Take Us Back To The Days Of The KafferepJanuary 19, 2019
Anyone who is Swedish knows coffee is an integral part of daily life.
So much so, there’s a name for mid-afternoon (and mid-morning) coffee-and-pastry breaks: fika. And while the word fika dates to the 19th century-slang word for coffee, kaffi (ka-ffi inverted is fi-ka), Sweden’s love of coffee and community dates even further with a different ritual: the kafferep.
According to The Local, in the mid-1800s, women were not allowed in coffeehouses because of their gender and status in society. But where there’s a will, there’s a way! Nothing was going to get between women and their java, so the ladies brought the imbibing indoors into the privacy of their own homes.
And just like that, the kafferep tradition was born.
While the name kafferep is unique to Swedish coffee culture, similar words for coffee gatherings exist throughout all of Scandinavia. According to an article by Chris Korbu for the Nordic Coffee Culture blog, Danes and Norwegians use the word kaffeslabberas to mean an informal social gathering where coffee and cake are offered, and Icelanders use the word kaffiboð.
According to Viveka Adelswärd, Professor Emerita in Communication at Linköping University, the word kafferep combines two Swedish words: kaffi, the Swedish slang word for coffee, and repa, the word for scratch. At the gatherings, besides eating and drinking, women would socialize, inform each other on the latest happenings and scratch old fabrics to sell off to make paper.
In her piece for The Local, American historical researcher Victoria Martinez describes kafferep as a more-extravagant, drawn-out version of the modern-day fika: a formal gathering of the who’s who of society, but ladies only. Women dressed up, hosts served coffee in their finest china and honored attendees were seated according to rank. And by rank, we mean the rank of their spouses. Single ladies, no preferred seating for you.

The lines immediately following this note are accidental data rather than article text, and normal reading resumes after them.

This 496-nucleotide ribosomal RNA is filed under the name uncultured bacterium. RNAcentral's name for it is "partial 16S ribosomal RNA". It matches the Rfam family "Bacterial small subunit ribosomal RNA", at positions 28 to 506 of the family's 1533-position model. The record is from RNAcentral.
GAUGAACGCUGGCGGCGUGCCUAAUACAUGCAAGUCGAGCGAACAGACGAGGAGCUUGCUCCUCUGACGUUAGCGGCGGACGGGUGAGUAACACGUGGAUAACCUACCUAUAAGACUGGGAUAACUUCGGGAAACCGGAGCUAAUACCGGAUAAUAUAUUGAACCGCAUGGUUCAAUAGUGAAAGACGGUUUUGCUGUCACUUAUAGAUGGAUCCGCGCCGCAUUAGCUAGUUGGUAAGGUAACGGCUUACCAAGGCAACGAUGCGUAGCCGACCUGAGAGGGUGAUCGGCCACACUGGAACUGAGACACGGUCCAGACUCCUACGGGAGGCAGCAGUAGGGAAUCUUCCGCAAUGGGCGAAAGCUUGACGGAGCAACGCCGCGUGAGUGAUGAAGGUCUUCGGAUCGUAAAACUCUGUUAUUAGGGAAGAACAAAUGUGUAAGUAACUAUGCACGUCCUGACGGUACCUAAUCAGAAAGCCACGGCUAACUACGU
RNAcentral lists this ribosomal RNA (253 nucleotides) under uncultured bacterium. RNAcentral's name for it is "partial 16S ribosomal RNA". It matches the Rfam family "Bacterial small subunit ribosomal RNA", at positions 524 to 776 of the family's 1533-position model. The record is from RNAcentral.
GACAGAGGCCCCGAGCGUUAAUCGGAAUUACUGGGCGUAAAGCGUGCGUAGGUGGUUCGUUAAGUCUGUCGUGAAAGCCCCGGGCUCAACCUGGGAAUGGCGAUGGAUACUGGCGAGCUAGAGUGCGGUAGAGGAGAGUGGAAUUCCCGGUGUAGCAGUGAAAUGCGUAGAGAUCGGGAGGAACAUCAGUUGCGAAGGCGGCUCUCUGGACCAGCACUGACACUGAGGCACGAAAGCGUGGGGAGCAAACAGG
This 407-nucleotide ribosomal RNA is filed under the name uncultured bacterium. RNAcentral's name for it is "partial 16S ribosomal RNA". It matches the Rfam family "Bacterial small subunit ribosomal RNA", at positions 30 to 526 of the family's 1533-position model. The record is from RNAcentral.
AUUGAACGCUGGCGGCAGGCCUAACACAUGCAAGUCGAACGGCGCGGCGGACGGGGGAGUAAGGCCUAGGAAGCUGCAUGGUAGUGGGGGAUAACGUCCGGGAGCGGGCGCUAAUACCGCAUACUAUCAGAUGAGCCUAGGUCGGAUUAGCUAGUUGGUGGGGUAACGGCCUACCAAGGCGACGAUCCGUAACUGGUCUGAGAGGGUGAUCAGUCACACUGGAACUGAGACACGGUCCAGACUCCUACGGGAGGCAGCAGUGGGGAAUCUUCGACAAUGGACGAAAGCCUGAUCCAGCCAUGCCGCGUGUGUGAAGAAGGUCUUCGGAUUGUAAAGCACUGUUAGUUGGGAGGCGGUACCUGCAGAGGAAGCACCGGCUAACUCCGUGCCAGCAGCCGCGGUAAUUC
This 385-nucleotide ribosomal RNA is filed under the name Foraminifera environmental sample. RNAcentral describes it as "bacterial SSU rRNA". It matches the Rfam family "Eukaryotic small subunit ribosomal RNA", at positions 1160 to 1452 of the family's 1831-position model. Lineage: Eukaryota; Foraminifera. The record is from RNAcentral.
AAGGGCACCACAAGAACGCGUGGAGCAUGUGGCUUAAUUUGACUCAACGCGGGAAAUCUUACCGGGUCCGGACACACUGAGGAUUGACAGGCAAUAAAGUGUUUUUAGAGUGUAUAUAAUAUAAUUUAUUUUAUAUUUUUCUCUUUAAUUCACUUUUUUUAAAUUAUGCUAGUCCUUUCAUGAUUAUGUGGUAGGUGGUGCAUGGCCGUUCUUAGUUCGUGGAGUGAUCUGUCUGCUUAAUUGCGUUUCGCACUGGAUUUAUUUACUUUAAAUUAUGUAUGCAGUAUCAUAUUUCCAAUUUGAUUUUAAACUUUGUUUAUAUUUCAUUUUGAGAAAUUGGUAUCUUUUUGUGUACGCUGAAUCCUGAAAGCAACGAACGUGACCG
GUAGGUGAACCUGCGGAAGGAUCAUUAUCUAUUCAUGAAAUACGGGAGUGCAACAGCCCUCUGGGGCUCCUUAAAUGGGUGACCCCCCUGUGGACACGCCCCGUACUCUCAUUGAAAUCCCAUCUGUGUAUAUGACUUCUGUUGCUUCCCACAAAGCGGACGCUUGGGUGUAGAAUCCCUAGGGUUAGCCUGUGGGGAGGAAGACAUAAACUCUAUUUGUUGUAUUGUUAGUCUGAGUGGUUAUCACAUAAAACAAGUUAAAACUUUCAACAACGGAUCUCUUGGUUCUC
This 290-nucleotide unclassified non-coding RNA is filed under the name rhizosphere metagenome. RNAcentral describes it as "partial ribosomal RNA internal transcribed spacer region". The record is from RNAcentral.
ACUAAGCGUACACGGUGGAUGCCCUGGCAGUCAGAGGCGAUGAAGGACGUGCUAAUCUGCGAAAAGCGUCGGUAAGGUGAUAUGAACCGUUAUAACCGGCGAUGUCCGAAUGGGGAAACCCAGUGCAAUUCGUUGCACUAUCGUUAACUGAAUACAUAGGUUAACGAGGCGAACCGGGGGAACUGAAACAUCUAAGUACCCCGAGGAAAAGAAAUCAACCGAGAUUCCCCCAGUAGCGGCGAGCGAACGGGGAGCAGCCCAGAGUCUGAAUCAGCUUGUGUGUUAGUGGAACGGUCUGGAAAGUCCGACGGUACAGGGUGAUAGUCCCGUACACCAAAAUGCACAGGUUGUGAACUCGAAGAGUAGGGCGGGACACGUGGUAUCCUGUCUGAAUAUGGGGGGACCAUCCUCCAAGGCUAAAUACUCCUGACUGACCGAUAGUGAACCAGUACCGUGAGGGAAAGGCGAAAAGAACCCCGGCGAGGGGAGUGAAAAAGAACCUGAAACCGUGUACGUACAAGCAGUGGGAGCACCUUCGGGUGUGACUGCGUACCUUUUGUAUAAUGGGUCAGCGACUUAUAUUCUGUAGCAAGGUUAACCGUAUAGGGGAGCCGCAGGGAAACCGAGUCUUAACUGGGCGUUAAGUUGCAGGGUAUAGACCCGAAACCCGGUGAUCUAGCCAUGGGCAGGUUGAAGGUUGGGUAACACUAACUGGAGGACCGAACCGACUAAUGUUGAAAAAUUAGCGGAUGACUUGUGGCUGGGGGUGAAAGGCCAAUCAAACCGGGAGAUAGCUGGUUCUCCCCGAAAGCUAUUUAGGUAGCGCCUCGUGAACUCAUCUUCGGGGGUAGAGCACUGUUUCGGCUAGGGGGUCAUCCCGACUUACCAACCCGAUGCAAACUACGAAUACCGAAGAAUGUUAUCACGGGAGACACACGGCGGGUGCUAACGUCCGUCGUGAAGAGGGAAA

Over time, the gatherings became formalized, with books (like 100 bjudningar (100 parties) written on hosting a proper kafferep, after all, no woman wanted to go down in history for making a faux pas at such a highly-regarded event.
Adelswärd shared a story with the Linköping University Magazine about Nobel prize winner Selma Lagerlöf: “It’s said that once after winning the Nobel Prize, [she] went up to the coffee table when the hostess invited everyone up. She was immediately corrected: ‘Married women first!’”
Aside from the gossip, one of the most important aspects of the gathering was the food – pastries galore, but even that was done precisely and became standardized over time. According to The Local, “a sweet bread (vetebröd), such as cinnamon rolls (kanelbullar), or a sponge cake (sockerkaka)” would be served first. Next came a selection of seven types of cookies (småkakor). It was polite (and an unspoken rule) for guests to select and try at least one of each kind, though they were not required to finish everything. And finally, a cake or torte, such as a princess torte (princesstårta), would be served.
Hosts who served anything less or anything more often were looked upon with disapproval – a phenomenon that inspired Ulrika Pettersson of Unna Bakery whom we spoke with late last year and offers just seven cookies as her bakery’s offerings. According to Adelswärd, the seven-cookie concept went on to influence the most sold book in Sweden “Seven types of cookies.” The book is available in English as “Swedish Cakes and Cookies.”
While the kafferep declined in popularity after the middle of the 20th century, there’s no rule stating you can’t break out your best china, bake a ton (ahem, seven) cookies, invite your best lady friends and elevate your afternoon fika.